The same year Get Out was released, another film that dealt with an equally important issue was unleashed. Coralie Fargeat’s Revenge, is a subversion of the classic rape-revenge story seen in films such as I Spit on Your Grave, however the intention of the film is to put the power into the hands of the woman with a focus on the revenge, hence the film’s title. As such, the initial assault is given very little screen time and not shown in graphic detail as it was in earlier efforts. Starring Matilda Lutz, the film is a fast-paced and ultraviolent thrill-ride as a woman named Jennifer goes on a brutal rampage against the men who assaulted her and left her for dead. With some incredible practical gore effects that will have you wincing and one of the bloodiest climaxes in a film in recent memory, Revenge is a truly wild experience as well as an empowering spin on one of horror cinema’s most controversial sub-genres. [our review]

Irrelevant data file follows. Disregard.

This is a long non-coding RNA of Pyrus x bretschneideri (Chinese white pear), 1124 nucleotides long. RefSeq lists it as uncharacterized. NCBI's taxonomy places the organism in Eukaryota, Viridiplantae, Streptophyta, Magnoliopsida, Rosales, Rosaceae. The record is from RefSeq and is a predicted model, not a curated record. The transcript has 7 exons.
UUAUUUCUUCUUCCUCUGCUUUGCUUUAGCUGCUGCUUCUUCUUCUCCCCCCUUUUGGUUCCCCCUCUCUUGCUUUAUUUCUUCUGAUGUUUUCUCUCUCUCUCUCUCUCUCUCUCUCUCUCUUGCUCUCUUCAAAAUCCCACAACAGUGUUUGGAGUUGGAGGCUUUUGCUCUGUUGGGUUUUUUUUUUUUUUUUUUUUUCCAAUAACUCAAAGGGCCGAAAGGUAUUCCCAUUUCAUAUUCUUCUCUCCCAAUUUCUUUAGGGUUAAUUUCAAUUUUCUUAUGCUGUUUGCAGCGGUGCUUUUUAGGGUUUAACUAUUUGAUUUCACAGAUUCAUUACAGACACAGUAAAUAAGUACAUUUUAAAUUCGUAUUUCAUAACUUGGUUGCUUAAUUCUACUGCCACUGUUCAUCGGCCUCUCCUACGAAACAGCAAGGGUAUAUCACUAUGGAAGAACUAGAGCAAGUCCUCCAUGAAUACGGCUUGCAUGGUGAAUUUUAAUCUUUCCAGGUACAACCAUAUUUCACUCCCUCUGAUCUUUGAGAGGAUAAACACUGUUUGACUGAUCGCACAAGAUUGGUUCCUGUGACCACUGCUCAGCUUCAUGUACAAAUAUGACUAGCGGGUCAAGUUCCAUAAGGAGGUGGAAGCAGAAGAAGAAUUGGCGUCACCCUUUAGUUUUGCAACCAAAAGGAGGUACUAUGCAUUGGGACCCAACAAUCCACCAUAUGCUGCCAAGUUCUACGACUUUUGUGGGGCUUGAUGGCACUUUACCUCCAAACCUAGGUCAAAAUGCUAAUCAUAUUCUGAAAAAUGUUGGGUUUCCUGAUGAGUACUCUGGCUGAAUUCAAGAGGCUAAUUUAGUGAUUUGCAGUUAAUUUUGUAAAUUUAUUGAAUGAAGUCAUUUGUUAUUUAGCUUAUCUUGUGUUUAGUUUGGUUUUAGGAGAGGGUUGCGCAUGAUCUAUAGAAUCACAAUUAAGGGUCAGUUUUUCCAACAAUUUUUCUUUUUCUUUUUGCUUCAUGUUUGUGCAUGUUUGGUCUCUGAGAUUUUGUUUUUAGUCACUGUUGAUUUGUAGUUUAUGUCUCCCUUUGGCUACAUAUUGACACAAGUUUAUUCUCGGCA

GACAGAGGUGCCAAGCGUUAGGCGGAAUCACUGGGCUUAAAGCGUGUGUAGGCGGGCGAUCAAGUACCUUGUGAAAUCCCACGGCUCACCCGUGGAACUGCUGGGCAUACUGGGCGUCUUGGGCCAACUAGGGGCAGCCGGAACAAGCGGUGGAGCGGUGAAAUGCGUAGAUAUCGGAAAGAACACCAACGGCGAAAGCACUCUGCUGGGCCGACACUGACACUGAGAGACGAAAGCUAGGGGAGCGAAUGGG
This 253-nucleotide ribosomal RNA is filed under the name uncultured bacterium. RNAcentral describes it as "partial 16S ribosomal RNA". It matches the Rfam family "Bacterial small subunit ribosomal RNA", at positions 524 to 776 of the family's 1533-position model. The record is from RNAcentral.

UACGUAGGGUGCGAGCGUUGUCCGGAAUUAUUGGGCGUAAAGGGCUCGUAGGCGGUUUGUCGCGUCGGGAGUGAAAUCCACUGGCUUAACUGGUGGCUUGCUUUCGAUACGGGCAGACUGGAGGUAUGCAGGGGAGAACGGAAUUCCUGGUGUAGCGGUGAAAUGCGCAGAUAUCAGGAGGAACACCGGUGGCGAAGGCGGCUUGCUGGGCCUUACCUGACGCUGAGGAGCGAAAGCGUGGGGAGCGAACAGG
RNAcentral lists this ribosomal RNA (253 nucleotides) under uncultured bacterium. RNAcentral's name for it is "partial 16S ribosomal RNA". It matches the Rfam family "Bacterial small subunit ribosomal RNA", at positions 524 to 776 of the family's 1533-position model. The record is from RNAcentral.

THE FIRST PURGE (2018)
For those who don’t know ‘The Purge’, first introduced in 2013’s series opener starring Ethan Hawke, is a annual night of the year when all crime, including murder, becomes legal for a 12-hour period. This ‘purges’ citizens of their aggression and base impulses and thus, ensures law and order for the rest of the year. The fourth film in the franchise, The First Purge, is a prequel to the previous three films that shows the origins of this night of anarchy, when a dystopian government called ‘The Founding Fathers’ trial ‘The Purge’ in Staten Island, NY. However, due to initial resistance from the people, The Founding Fathers send in undercover hit squads to create violence, achieving their desired outcome of chaos and bloodshed. The conspiracy is exposed by a small group of activists and we discover the government plans to use ‘The Purge’ each year so the poor can kill each other in urban areas, saving them money on welfare programmes. Packed full of white-kunckle action as well as plenty of twists and a biting commentary on the Trump era, racism and misogyny, The First Purge is a fun horror-thriller with a serious message. [our review]
HIS HOUSE (2020)